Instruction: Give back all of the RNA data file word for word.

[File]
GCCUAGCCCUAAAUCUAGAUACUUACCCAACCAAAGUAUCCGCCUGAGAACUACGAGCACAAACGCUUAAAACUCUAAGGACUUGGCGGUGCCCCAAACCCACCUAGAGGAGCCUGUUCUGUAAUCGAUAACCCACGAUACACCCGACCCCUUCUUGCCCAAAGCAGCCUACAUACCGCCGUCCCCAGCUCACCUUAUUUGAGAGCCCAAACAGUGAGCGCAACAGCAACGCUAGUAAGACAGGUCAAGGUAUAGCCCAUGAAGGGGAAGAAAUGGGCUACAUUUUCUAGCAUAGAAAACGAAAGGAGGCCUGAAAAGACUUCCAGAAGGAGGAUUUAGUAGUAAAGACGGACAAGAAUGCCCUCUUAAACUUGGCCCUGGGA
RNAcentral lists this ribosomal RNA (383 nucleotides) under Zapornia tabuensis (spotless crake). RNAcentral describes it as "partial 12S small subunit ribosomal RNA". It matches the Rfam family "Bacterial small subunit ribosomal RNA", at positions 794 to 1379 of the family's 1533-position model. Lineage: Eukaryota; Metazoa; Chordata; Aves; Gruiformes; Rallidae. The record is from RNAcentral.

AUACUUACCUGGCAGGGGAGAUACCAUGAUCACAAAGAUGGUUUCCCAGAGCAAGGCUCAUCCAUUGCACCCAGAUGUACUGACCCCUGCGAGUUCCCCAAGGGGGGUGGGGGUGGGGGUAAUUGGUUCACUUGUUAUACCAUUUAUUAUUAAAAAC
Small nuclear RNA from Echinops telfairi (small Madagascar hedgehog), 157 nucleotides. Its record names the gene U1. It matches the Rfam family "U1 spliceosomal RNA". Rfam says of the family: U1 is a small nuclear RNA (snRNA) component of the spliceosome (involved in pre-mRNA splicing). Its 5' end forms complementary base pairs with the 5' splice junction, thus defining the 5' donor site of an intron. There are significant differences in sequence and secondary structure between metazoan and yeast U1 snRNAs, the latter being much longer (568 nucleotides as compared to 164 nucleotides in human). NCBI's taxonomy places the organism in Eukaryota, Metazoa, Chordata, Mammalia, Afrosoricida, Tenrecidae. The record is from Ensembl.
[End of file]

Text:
GCCUAGCCCUAAAUCUAGAUACUUACCCAACCAAAGUAUCCGCCUGAGAACUACGAGCACAAACGCUUAAAACUCUAAGGACUUGGCGGUGCCCCAAACCCACCUAGAGGAGCCUGUUCUGUAAUCGAUAACCCACGAUACACCCGACCCCUUCUUGCCCAAAGCAGCCUACAUACCGCCGUCCCCAGCUCACCUUAUUUGAGAGCCCAAACAGUGAGCGCAACAGCAACGCUAGUAAGACAGGUCAAGGUAUAGCCCAUGAAGGGGAAGAAAUGGGCUACAUUUUCUAGCAUAGAAAACGAAAGGAGGCCUGAAAAGACUUCCAGAAGGAGGAUUUAGUAGUAAAGACGGACAAGAAUGCCCUCUUAAACUUGGCCCUGGGA
RNAcentral lists this ribosomal RNA (383 nucleotides) under Zapornia tabuensis (spotless crake). RNAcentral describes it as "partial 12S small subunit ribosomal RNA". It matches the Rfam family "Bacterial small subunit ribosomal RNA", at positions 794 to 1379 of the family's 1533-position model. Lineage: Eukaryota; Metazoa; Chordata; Aves; Gruiformes; Rallidae. The record is from RNAcentral.

AUACUUACCUGGCAGGGGAGAUACCAUGAUCACAAAGAUGGUUUCCCAGAGCAAGGCUCAUCCAUUGCACCCAGAUGUACUGACCCCUGCGAGUUCCCCAAGGGGGGUGGGGGUGGGGGUAAUUGGUUCACUUGUUAUACCAUUUAUUAUUAAAAAC
Small nuclear RNA from Echinops telfairi (small Madagascar hedgehog), 157 nucleotides. Its record names the gene U1. It matches the Rfam family "U1 spliceosomal RNA". Rfam says of the family: U1 is a small nuclear RNA (snRNA) component of the spliceosome (involved in pre-mRNA splicing). Its 5' end forms complementary base pairs with the 5' splice junction, thus defining the 5' donor site of an intron. There are significant differences in sequence and secondary structure between metazoan and yeast U1 snRNAs, the latter being much longer (568 nucleotides as compared to 164 nucleotides in human). NCBI's taxonomy places the organism in Eukaryota, Metazoa, Chordata, Mammalia, Afrosoricida, Tenrecidae. The record is from Ensembl.